Special Olympics athletes are known for their competitive spirit and indomitable will in achieving their personal best. With more than 4.4 million athletes in over 170 countries worldwide, Special Olympics is opening doors and creating opportunities for athletes with intellectual disabilities on and off the field of play.
So, it’s fitting that Special Olympics is joining forces with a group of people known for empowering people to do more and achieve more: Microsoft. Today, Special Olympics and Microsoft are becoming partners on a technological initiative that will greatly enhance the lives of people with intellectual disabilities.
With the help of Microsoft, we will be revolutionizing the information technology system that collects and analyzes the important data that our athletes generate. These are data on their health, fitness, sports participation, and personal bests, along with results and scores from the 81,000 Special Olympics competitions that take place around the world each year. Our “Games Management System” or GMS has served us well for two decades, but it is in dire need of an overhaul. These are just a few of the game-changing improvements that Microsoft will help us with, while maintaining the strictest personal data privacy standards:
- For the first time ever, athletes will be able to easily record and track their sports performance and personal bests.
- Special Olympics program operating in 170 countries around the globe will be able to share their data within our Movement in real time, creating a constant flow of information that will provide us with the insights we need to ensure our resources are directed where they are most needed and are being utilized in the most effective manner.
- Athletes, coaches and other members of our Movement will have digital access to key data through their mobile device. And that includes the one million Special Olympics athletes in China and the one million in India.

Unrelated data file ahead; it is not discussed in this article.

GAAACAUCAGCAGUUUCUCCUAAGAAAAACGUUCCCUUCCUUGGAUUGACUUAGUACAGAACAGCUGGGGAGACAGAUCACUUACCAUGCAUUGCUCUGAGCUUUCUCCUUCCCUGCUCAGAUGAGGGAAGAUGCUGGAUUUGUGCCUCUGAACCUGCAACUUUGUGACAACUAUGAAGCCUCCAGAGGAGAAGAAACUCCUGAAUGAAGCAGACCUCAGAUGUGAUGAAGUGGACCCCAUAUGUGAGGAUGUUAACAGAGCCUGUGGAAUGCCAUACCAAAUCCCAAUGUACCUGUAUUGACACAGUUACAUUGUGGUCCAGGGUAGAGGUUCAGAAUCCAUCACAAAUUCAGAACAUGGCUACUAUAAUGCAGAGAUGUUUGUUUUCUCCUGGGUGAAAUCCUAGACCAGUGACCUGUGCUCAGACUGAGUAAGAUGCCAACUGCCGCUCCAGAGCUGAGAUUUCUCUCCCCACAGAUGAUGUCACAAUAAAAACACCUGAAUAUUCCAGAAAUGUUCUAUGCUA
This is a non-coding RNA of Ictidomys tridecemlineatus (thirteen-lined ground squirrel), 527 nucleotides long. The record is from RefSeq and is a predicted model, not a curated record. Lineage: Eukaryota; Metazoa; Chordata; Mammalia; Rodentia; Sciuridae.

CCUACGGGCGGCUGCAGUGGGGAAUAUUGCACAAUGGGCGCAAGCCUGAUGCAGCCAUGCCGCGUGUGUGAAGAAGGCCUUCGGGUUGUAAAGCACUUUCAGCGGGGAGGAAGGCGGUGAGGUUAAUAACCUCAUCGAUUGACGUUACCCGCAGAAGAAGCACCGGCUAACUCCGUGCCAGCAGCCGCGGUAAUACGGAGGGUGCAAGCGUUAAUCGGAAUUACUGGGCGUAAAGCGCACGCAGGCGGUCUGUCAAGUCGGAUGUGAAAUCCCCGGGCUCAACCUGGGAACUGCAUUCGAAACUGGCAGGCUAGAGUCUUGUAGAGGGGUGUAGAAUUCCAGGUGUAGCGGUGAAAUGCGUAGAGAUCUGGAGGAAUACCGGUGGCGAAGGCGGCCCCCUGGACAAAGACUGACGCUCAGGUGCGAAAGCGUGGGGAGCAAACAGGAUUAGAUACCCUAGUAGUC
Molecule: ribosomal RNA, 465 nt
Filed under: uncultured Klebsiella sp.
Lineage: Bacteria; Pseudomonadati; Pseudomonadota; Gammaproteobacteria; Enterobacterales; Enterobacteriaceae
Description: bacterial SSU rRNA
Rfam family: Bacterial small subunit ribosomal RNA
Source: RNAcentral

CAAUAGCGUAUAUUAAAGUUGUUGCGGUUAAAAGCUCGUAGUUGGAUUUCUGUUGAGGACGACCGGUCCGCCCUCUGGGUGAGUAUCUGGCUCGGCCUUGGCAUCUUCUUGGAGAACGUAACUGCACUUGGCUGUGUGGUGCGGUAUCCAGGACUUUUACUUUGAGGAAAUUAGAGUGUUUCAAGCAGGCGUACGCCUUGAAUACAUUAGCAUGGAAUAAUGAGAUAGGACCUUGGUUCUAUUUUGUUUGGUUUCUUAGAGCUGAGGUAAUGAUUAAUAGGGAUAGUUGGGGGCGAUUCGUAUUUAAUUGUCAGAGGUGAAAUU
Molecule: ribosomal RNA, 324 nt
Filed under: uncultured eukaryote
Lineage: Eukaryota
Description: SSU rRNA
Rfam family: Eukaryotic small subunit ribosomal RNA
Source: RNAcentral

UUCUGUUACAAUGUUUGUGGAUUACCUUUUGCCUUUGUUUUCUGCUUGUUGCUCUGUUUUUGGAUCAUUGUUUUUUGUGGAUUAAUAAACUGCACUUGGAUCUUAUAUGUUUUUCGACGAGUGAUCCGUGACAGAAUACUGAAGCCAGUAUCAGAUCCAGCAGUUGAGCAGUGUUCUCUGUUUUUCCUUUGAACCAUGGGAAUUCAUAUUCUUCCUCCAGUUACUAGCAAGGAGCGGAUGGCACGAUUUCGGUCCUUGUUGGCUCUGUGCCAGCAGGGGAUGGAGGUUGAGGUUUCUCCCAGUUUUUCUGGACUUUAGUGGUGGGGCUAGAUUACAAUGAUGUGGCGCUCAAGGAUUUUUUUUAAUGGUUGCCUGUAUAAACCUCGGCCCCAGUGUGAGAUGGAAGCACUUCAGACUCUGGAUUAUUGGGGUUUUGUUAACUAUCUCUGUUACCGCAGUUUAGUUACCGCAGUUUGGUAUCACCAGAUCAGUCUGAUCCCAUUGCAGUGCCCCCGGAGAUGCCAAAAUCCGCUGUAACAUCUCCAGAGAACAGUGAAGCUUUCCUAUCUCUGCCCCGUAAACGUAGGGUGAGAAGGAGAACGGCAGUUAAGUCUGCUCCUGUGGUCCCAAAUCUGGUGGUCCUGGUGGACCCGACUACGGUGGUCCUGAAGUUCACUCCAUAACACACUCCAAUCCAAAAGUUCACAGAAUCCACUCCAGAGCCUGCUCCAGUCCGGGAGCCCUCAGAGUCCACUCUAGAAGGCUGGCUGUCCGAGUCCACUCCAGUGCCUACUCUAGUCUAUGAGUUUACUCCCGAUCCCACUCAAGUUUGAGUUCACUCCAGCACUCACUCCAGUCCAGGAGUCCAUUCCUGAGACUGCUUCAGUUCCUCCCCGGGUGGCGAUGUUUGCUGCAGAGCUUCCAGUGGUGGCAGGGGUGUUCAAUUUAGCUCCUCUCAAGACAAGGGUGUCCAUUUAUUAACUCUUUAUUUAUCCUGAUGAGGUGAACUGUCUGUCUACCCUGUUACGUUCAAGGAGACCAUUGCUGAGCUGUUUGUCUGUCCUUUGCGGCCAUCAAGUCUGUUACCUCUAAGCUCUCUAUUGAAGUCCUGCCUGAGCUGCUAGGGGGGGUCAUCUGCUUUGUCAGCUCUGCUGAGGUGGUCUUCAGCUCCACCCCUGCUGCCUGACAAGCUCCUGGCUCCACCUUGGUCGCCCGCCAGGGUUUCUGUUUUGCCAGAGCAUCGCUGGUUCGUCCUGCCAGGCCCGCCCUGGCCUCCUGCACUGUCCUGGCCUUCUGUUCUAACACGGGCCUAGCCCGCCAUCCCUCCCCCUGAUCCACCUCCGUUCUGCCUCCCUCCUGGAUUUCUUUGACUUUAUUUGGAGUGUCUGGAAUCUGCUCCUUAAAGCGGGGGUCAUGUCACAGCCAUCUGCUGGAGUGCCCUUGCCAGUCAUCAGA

- We will be able to analyze the fitness status, athletic performance and health needs of people with intellectual disabilities. Special Olympics is not just an inclusive sports organization: it is the largest public health organization focused on people with intellectual disabilities, who are one of the most medically-underserved and neglected populations on the planet.
Let me give you just one example of how the new IT systems that Microsoft will help us create will benefit our athletes. Special Olympics is incredibly important to athlete Carla Simon from Arizona. It’s not just the sports – though she is passionate about athletics, competing in eleven different sports. It’s also the friends, the empowerment, and the sense of belonging. However, Carla struggles, as many of us do, with her weight. She struggled to run more than one lap or stay on the basketball court. Through a new fitness program at Special Olympics Arizona with digital components, Carla lost 30 pounds. We know, because she wrote to us about how much better she feels and how improved her sports performance is. Imagine if all our athletes and coaches had access to an integrated platform that would support entering, tracking, and analyzing information on health, fitness, nutrition, sports participation, and athletic performance.
Now, thanks to Microsoft, athletes, coaches and families will have rapid access to useful information about their scores, times, personal bests, fitness and health. Special Olympics can use this capability to dramatically improve the lives of people in our Movement.
Our new partner Microsoft believes in and practices “Technology for Good.” And because we are Special Olympics, with that competitive and indomitable spirit I mentioned above, we are excited to start using technology for greatness.